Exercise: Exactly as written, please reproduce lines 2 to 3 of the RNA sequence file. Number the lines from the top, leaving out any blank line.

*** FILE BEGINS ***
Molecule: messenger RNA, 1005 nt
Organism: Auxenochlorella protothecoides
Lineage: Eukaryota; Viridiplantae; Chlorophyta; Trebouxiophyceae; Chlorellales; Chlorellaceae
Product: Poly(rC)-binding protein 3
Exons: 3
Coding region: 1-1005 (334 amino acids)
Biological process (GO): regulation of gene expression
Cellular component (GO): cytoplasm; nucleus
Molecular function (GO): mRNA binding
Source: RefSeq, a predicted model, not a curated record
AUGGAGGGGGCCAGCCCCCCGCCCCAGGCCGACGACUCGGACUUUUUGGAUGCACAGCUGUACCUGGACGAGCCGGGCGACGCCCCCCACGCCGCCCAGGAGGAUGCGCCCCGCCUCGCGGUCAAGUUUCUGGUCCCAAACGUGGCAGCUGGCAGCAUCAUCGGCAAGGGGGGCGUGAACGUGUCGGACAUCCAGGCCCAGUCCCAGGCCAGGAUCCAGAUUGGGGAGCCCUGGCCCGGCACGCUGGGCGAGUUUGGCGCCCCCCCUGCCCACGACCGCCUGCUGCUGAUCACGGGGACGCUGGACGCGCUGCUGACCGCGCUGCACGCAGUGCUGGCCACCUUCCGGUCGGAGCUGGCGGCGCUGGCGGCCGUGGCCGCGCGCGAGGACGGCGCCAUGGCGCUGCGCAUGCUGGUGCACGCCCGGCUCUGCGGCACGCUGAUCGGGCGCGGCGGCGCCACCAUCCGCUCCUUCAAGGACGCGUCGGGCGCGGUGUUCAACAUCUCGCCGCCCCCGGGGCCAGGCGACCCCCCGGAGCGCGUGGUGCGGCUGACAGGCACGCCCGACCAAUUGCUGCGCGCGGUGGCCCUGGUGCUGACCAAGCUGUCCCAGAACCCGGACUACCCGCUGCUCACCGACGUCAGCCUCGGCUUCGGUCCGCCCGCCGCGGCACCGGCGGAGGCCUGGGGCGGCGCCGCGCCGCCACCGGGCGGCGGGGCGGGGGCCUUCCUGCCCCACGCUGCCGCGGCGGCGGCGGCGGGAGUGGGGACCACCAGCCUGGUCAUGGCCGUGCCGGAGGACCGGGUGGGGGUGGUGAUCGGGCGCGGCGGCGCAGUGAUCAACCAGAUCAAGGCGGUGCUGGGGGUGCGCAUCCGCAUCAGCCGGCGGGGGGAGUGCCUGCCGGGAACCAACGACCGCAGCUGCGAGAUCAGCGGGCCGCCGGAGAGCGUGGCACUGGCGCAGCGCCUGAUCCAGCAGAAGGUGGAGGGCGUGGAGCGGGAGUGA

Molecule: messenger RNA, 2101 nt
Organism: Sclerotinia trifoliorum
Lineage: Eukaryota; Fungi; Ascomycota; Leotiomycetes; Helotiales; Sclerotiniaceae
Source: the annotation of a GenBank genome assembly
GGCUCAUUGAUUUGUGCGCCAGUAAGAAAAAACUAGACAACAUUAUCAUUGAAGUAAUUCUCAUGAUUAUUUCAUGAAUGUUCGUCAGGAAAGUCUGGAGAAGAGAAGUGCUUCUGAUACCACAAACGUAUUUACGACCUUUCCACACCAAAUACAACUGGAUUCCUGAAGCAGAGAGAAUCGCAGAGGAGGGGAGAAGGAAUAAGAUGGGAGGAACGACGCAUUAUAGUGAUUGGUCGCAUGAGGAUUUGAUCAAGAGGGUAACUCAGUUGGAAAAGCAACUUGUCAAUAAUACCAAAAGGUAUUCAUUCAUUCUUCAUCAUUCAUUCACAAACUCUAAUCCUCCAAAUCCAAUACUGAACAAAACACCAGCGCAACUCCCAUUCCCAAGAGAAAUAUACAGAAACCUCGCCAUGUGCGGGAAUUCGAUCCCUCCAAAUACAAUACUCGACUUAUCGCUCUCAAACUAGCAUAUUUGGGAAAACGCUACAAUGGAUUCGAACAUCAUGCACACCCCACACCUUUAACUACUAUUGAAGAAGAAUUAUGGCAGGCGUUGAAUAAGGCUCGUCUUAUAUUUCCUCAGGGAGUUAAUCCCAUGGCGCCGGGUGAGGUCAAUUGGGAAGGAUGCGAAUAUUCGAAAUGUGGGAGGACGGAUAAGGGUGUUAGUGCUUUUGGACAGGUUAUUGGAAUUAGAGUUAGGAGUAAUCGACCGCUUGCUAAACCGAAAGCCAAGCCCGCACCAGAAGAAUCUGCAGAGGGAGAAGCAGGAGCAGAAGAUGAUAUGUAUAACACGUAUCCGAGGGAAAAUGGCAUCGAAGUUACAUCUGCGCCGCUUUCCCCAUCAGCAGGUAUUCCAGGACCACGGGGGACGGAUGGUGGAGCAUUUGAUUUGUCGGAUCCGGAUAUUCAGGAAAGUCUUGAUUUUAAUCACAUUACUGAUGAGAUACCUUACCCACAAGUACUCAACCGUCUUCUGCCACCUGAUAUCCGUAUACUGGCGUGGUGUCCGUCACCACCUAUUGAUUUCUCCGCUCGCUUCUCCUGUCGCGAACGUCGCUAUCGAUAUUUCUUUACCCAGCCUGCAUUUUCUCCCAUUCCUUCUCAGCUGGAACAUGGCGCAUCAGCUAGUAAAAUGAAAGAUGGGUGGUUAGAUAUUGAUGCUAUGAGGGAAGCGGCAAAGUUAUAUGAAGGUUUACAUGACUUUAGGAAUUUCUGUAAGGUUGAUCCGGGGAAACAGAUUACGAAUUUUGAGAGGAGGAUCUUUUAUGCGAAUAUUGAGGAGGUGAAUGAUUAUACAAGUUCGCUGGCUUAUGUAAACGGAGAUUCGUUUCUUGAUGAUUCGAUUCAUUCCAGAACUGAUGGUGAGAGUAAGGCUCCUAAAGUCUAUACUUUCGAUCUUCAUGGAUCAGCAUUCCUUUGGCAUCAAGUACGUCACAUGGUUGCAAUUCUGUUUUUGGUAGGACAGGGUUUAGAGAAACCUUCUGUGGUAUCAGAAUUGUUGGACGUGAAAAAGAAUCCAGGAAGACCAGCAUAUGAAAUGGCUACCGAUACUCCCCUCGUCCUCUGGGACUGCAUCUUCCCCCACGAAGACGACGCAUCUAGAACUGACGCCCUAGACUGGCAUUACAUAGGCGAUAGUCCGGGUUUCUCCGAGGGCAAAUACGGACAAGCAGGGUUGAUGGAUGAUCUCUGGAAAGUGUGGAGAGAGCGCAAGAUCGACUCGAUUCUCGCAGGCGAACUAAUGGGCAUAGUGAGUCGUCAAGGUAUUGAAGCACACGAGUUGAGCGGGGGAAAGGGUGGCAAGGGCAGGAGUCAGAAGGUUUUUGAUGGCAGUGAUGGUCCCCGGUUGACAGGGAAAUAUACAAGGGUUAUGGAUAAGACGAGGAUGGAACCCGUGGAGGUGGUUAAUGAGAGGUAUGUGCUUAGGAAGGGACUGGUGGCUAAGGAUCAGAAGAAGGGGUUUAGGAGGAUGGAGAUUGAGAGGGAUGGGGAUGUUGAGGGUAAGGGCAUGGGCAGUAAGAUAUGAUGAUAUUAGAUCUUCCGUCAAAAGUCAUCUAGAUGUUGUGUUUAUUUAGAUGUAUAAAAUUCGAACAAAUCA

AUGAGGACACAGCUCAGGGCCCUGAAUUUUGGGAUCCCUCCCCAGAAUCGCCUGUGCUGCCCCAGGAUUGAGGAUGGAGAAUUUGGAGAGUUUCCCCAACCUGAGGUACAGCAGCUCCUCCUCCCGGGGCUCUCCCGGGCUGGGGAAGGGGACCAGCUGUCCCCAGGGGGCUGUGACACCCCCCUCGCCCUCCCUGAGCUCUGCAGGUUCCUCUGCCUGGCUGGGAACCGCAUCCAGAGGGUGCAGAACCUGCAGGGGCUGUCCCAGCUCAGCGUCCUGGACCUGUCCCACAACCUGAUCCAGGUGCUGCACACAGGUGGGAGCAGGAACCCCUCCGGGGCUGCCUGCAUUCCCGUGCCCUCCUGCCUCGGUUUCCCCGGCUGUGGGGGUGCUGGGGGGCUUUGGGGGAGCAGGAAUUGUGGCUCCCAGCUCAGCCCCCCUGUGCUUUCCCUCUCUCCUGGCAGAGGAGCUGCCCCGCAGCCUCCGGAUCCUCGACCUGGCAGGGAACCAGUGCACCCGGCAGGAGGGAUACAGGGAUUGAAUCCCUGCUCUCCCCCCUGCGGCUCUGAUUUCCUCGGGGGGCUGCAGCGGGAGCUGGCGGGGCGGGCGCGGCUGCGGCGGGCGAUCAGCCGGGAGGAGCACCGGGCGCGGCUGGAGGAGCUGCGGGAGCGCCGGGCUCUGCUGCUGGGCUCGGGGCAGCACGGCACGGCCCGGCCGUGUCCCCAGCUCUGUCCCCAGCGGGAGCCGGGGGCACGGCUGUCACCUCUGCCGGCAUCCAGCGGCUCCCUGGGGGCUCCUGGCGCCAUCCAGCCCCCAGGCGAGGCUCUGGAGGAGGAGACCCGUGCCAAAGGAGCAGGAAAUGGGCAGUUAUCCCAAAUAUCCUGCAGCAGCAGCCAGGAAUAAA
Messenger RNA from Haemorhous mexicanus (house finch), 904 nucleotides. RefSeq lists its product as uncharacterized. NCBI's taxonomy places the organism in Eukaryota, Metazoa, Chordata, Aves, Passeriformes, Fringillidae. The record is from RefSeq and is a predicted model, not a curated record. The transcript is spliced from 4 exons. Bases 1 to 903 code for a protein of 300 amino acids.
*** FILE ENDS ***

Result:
Organism: Auxenochlorella protothecoides
Lineage: Eukaryota; Viridiplantae; Chlorophyta; Trebouxiophyceae; Chlorellales; Chlorellaceae